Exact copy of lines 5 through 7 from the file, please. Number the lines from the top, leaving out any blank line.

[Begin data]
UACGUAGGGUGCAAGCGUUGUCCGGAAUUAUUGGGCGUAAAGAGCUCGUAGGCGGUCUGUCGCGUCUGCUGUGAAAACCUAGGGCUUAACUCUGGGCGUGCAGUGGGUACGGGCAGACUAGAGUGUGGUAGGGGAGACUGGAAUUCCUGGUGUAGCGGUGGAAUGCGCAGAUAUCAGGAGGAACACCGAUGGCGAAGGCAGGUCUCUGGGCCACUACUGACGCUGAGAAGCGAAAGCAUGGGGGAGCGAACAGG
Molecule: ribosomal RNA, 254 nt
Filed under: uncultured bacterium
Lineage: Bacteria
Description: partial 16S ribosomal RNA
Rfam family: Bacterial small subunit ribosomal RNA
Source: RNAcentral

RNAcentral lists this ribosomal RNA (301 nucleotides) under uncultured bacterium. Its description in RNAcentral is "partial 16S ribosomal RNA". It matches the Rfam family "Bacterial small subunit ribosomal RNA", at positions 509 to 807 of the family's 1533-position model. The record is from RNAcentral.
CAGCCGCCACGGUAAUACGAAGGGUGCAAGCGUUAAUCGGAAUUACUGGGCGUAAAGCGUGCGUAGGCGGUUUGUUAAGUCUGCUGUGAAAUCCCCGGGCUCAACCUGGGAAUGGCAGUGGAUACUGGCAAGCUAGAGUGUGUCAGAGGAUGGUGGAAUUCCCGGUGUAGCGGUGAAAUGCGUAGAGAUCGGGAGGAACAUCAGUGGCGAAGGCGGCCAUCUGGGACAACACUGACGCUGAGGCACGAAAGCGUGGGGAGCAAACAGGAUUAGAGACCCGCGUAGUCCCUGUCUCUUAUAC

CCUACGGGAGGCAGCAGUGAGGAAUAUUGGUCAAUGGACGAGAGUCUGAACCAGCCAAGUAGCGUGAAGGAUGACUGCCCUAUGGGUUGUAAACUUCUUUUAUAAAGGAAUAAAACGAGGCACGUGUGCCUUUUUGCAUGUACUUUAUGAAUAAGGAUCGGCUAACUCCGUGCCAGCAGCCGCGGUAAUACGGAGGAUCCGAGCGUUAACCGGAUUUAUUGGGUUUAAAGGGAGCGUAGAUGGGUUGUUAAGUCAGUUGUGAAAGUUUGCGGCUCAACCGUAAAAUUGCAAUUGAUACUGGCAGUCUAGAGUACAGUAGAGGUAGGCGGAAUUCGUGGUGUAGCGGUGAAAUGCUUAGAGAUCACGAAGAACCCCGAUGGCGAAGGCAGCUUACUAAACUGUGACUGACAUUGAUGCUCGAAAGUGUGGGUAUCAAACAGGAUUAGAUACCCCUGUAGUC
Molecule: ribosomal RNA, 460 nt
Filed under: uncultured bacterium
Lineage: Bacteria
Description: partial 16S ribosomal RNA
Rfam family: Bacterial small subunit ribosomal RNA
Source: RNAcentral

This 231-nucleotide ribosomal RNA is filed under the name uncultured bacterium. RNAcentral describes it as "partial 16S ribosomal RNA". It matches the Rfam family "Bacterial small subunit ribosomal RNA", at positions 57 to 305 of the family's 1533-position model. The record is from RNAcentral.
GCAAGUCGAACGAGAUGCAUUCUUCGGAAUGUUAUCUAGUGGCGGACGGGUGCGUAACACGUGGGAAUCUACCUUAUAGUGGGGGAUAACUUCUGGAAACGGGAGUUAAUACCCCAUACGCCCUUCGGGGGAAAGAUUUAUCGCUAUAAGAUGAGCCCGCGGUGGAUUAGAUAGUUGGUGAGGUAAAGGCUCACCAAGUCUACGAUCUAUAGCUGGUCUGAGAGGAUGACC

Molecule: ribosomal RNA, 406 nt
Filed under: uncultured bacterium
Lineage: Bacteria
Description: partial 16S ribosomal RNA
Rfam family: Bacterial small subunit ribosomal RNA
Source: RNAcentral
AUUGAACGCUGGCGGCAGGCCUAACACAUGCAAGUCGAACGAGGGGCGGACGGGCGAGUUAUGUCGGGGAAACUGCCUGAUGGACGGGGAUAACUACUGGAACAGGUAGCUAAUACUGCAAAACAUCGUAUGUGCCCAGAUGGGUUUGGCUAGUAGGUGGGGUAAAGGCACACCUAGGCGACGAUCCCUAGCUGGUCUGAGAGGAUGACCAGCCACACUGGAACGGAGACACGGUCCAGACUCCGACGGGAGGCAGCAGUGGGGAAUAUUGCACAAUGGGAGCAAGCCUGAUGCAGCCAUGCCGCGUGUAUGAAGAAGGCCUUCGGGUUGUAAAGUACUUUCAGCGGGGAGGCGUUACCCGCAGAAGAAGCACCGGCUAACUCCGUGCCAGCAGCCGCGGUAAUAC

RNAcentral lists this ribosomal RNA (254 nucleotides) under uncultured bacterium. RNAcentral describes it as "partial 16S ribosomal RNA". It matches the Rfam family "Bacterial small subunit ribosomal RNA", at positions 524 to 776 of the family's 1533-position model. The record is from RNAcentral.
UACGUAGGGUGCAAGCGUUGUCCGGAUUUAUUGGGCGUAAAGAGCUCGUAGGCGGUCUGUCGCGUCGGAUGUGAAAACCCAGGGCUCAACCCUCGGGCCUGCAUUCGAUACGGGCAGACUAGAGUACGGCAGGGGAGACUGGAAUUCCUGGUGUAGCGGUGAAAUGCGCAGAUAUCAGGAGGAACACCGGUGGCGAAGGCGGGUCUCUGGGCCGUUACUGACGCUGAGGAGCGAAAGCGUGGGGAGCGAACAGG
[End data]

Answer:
Description: partial 16S ribosomal RNA
Rfam family: Bacterial small subunit ribosomal RNA
Source: RNAcentral